The Little Theatre of Winston-Salem is bringing its popular summer camps back starting this June through August. Campers will expand their creativity and communication skills, which will serve them well onstage and off. With eight unique camp options, there is guaranteed fun for campers of all ages and experience levels!


The fun begins June 24th with Shrek The Musical JR., a performance-based camp where campers will immerse themselves and bring the fairytale story of Shrek to life. It’s a “big bright beautiful world” as everyone’s favorite ogre leads a cast of fairytale misfits on an adventure to rescue a princess and find true acceptance. Shrek The Musical JR. is an irreverently fun show with a powerful message for the whole family.

This camp runs from June 24th-28th and July 1st-12th, with performances on July 12th and July 13th at 7 pm.


Make A Scene with us! This is a week-long camp where campers will explore the parts of a scene –characters, set, costumes and story. They will learn basic stage direction and theatre skills while creating their own scene to perform. This is storytelling with the actions of an on-stage performance!

This camp runs from July 8th-12th for grades K-4 and July 15th-19th for grades 5-8.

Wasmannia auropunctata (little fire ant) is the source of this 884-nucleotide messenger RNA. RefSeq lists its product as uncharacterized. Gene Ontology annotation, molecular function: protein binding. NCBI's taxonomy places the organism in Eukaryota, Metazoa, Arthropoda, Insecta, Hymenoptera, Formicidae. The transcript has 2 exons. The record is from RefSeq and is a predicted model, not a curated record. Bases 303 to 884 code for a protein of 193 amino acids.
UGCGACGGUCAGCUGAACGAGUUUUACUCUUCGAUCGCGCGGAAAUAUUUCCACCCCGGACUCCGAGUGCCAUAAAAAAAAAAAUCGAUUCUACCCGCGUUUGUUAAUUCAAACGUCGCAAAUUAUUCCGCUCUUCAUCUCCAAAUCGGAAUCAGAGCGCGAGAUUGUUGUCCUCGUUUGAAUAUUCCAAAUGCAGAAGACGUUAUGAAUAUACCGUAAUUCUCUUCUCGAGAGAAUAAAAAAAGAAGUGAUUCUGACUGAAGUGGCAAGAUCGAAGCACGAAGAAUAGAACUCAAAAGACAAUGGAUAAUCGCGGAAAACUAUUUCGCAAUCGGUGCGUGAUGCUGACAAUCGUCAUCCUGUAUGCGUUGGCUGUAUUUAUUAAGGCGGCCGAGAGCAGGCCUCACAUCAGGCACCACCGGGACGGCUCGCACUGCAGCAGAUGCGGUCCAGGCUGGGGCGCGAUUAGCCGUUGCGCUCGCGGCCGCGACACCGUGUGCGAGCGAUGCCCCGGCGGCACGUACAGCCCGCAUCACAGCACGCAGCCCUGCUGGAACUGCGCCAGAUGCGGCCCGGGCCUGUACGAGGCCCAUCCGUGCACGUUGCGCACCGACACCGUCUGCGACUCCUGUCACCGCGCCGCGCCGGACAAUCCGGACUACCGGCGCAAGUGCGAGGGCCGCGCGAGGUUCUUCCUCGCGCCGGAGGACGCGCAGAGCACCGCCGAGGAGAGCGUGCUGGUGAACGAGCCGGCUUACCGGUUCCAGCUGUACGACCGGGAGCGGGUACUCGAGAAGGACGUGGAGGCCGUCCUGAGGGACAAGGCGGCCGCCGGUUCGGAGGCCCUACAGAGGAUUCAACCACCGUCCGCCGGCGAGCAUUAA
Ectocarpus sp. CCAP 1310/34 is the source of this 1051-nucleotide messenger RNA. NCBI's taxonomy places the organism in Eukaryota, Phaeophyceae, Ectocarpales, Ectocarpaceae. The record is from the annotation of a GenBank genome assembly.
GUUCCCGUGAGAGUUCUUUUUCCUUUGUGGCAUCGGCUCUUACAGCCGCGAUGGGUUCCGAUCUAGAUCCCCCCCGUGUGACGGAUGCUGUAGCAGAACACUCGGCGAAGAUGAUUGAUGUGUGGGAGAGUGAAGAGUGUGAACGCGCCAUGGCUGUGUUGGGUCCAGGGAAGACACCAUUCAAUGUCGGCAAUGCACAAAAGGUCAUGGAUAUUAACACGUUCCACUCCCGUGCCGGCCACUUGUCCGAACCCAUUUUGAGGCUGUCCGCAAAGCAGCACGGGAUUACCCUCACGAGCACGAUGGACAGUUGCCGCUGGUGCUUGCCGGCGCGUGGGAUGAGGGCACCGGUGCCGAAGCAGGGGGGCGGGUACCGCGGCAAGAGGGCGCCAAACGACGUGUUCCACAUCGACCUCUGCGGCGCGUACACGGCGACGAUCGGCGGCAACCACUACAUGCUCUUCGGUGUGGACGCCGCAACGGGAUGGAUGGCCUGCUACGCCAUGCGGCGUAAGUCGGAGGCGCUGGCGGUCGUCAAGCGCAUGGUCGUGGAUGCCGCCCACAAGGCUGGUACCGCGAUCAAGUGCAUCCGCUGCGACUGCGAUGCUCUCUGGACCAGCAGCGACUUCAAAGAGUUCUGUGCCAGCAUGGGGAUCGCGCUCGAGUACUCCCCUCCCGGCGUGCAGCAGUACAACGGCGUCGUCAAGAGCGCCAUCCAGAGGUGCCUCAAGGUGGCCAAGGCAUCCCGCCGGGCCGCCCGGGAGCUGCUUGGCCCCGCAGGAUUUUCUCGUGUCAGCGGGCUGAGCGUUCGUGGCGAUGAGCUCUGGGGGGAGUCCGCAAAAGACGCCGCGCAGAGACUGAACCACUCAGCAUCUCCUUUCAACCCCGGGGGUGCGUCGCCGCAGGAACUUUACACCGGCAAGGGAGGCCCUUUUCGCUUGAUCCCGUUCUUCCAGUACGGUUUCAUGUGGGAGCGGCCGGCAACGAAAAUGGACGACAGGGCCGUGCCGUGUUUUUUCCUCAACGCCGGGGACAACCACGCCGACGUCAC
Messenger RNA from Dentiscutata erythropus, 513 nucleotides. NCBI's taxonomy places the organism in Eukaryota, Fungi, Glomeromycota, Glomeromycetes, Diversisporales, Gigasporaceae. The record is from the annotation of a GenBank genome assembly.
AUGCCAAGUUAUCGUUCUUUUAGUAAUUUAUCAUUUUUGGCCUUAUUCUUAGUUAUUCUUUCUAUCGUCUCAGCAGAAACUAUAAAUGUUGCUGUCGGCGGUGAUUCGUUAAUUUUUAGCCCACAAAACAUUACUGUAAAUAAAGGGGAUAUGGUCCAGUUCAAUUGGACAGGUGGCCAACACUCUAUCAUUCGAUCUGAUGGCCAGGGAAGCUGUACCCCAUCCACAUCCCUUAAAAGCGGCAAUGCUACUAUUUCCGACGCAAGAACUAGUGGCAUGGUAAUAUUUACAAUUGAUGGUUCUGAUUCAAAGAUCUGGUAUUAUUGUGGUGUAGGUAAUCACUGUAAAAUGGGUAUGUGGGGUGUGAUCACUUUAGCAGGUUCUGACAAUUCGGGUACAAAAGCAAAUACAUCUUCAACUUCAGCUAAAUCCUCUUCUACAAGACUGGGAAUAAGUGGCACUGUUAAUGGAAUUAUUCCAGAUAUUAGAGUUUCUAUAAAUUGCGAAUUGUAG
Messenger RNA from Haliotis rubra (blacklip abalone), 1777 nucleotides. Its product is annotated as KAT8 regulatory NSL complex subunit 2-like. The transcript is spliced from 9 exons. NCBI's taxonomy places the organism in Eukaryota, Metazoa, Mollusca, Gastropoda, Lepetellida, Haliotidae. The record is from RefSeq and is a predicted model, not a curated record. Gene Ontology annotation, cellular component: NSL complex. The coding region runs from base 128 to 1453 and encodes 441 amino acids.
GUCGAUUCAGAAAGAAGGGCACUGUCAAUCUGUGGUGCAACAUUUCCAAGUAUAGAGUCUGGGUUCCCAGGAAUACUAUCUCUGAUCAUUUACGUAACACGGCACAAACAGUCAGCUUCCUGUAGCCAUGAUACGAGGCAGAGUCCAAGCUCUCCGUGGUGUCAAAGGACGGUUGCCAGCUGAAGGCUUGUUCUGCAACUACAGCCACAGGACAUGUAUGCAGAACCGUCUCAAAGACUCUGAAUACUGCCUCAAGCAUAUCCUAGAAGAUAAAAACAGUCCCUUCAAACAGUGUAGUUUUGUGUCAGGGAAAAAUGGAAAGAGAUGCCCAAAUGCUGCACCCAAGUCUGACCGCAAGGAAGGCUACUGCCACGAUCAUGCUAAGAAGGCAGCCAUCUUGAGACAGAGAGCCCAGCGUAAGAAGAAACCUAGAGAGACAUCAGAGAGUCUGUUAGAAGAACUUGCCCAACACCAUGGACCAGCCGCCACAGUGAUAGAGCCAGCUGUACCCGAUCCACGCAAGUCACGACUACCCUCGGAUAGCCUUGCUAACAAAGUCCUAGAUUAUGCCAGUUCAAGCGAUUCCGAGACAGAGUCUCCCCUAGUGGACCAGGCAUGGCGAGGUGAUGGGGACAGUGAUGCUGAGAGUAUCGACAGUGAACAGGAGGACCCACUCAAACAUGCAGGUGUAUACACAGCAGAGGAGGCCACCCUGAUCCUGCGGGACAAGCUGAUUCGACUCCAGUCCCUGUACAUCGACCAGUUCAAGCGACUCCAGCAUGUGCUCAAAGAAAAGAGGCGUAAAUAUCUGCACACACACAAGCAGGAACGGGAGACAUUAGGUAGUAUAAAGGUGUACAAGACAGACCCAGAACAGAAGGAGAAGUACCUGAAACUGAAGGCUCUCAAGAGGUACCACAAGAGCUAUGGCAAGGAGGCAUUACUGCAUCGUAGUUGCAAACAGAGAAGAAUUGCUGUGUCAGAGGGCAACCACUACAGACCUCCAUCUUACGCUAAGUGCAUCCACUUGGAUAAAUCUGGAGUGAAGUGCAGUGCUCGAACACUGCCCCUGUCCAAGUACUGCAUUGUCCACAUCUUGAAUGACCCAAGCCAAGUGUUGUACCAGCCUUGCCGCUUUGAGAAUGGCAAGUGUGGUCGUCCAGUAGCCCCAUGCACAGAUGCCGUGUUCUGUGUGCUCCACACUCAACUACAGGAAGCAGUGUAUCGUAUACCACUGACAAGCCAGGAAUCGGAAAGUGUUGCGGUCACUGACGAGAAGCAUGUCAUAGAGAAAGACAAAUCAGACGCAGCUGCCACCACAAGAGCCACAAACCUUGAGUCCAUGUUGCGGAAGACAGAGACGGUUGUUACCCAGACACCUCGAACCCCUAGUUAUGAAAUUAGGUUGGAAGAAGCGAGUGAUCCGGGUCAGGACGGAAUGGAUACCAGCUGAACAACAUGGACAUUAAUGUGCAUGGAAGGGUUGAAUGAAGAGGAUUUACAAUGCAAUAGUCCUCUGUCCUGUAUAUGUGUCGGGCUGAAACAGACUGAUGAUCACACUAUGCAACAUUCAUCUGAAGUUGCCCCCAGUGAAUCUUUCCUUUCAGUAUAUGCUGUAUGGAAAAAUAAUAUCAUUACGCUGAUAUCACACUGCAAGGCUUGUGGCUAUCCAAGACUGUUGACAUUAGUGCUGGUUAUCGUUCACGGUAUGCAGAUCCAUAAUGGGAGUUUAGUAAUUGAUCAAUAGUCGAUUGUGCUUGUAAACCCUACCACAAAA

Creating The Character is the most fundamental part of acting. In this weeklong camp, campers will explore how their voices, bodies and facial expressions change a character. They will gain an understanding of how a character’s motivations shape the decisions they make.

This camp will run from July 15th-19th for grades K-4 and July 22nd-26th for grades 5-8.


From July 22nd-26th, campers will create plenty of Creative Movement. Movement allows us to express feelings, tell a story and keep us active in a fun and exciting way. Campers will explore different creative movements that go beyond dancing in a way that allows them to express themselves freely.

This camp is for grades K-4.



Tell Me A Story is from July 29th to August 2nd. This camp allows the campers to become storytellers. We will explore how their voices and body movements can help tell a story while also exploring different kinds of storytelling including traditional, puppet and improvisational.

This camp is for grades K-4.


Theatre is a way of storytelling in real time. With this week-long camp, we Bring A Story To Life. In this camp, campers will explore the different ways, places and styles of storytelling.

This camp will run from July 29th-August 2nd for grades 5-10.


Let’s Laugh together! Campers will explore elements of comedy including how to tell a joke, what expressions to use and how it all ties together to create a witty, laugh-out-loud story.

This camp will run from August 5th-9th for grades K-4.


Up your theatre game with Intro to Improv. Campers will improve their acting skills as well as their public speaking and confidence skills, which can be used outside of the performing arts.

This camp will run from August 5th-9th for grades 5-10.

All camps run MondayFriday from 9:30 a.m. to 4:30 p.m. with options for before and aftercare. Registration is open now at ltofws.org/summer-camps. Camp tuition ranges from $250-$575. Needsbased scholarships are available on a first come, first served basis. Spots are limited, so families are encouraged to sign up soon. For more information, call 336.725.4001.

MAY 2024 / 53

A Camp Sounds Heavy But Lightens Hearts